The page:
The first Planet of the Apes (1968) focuses on lost astronaut, Taylor (played by Moses himself, Charlton Heston), as he travels to the distant future to a world where everything is run by damn, dirty apes and humans are primitive and mute underlings used primarily for sport in this society . Taylor is tormented by the stiff dogma of ape society that embraces tradition over facts and science. Taylor’s primary primate foe is a rigid, but highly intelligent orangutan named Dr. Zaius, played by Maurice Evans (Rosemary’s Baby). He is helped by two chimpanzee scientists, Cornelius and Dr. Zira, played by Roddy McDowell (The Legend of Hell House) and Kim Hunter (A Streetcar Named Desire). It’s a fascinating story that can be read on multiple levels. It can operate as a comical metaphor for the Scopes Monkey Trial and the battle between science and religion or it can function as a racist parable of white fears and prejudiced paranoia of what the world would turn into if the blacks were given too many rights. Edgy and controversial and lots to think about and discuss. Of course, I’d love it. The film also has one of the greatest twist endings of all time (sorry, Shyamalan). You can really see the Rod Serling watermarks on the script. Also Nova is hot.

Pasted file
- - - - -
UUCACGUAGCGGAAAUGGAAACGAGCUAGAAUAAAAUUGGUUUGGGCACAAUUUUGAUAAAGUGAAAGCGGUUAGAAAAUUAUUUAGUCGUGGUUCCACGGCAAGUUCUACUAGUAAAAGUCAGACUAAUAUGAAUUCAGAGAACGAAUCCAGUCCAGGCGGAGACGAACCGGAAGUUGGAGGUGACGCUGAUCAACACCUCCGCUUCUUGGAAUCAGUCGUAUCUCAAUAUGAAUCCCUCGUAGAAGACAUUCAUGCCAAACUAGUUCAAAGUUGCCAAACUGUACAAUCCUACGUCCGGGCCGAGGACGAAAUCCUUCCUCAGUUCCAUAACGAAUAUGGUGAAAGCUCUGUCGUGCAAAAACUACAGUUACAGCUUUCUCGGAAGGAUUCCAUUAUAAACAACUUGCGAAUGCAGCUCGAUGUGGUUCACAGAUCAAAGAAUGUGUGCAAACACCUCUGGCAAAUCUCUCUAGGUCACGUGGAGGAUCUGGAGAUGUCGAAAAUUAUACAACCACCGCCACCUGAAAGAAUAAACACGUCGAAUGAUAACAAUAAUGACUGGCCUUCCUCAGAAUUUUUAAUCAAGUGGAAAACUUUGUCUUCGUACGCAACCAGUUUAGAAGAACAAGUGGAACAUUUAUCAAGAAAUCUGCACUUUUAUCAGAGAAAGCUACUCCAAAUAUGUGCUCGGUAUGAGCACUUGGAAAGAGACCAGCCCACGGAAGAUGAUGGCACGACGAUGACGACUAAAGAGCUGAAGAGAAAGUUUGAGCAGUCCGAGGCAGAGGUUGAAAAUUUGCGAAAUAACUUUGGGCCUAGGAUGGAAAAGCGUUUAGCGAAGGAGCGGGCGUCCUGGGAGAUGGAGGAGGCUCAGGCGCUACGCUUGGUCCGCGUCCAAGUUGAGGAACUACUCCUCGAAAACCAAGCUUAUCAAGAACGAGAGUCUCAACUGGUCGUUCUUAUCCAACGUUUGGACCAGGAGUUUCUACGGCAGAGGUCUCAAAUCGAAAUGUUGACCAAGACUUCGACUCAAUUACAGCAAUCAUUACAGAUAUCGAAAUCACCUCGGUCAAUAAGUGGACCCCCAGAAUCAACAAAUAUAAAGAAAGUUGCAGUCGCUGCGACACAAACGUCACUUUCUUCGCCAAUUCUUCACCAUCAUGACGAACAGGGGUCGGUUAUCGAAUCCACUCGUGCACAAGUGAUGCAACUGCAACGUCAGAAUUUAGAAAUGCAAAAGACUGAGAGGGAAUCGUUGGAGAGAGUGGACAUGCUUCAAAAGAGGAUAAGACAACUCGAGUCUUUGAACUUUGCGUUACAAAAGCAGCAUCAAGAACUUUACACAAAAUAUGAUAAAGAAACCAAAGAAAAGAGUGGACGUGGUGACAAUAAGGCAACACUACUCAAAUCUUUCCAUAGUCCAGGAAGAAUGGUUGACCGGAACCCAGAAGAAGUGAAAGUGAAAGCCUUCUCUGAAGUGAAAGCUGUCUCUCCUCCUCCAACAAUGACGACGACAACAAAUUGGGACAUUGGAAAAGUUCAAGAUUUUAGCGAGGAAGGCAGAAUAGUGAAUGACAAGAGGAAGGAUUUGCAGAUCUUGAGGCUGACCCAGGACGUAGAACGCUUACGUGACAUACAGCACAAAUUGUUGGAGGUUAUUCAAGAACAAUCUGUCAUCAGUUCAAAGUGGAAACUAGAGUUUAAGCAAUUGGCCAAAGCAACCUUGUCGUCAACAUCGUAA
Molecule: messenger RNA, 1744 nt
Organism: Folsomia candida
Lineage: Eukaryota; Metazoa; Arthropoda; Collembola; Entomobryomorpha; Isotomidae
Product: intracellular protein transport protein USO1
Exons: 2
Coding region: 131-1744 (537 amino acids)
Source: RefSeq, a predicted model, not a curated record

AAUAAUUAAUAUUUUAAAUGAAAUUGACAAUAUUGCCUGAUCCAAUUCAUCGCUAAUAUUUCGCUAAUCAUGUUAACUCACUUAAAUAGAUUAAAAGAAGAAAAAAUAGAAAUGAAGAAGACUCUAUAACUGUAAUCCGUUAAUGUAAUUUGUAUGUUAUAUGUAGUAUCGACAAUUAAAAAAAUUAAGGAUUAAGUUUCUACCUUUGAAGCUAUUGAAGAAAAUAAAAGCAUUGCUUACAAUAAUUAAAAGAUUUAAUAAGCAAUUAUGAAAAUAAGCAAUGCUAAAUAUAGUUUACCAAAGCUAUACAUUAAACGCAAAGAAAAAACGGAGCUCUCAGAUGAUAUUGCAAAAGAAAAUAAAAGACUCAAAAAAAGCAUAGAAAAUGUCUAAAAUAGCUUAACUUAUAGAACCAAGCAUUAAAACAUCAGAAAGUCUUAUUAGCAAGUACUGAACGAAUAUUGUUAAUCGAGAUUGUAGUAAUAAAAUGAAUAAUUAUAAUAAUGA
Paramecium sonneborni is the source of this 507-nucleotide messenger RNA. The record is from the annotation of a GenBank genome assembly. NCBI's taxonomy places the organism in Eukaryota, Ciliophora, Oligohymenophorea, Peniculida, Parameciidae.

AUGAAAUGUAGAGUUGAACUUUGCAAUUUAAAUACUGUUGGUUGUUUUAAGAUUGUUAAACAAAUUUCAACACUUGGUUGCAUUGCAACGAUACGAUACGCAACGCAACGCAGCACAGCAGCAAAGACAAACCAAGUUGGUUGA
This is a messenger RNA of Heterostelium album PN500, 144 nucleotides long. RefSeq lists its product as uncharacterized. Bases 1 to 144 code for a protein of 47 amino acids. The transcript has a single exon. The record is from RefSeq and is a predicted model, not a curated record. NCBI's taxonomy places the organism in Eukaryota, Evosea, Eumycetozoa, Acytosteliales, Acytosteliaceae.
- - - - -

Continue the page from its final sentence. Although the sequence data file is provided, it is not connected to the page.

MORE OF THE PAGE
Dawkins must feel like Heston every day...that would sound really ironic if I wasn't referring to his character in this movie.

Dawkins must feel like Heston every day…that would sound really ironic if I wasn’t referring to his character in this movie.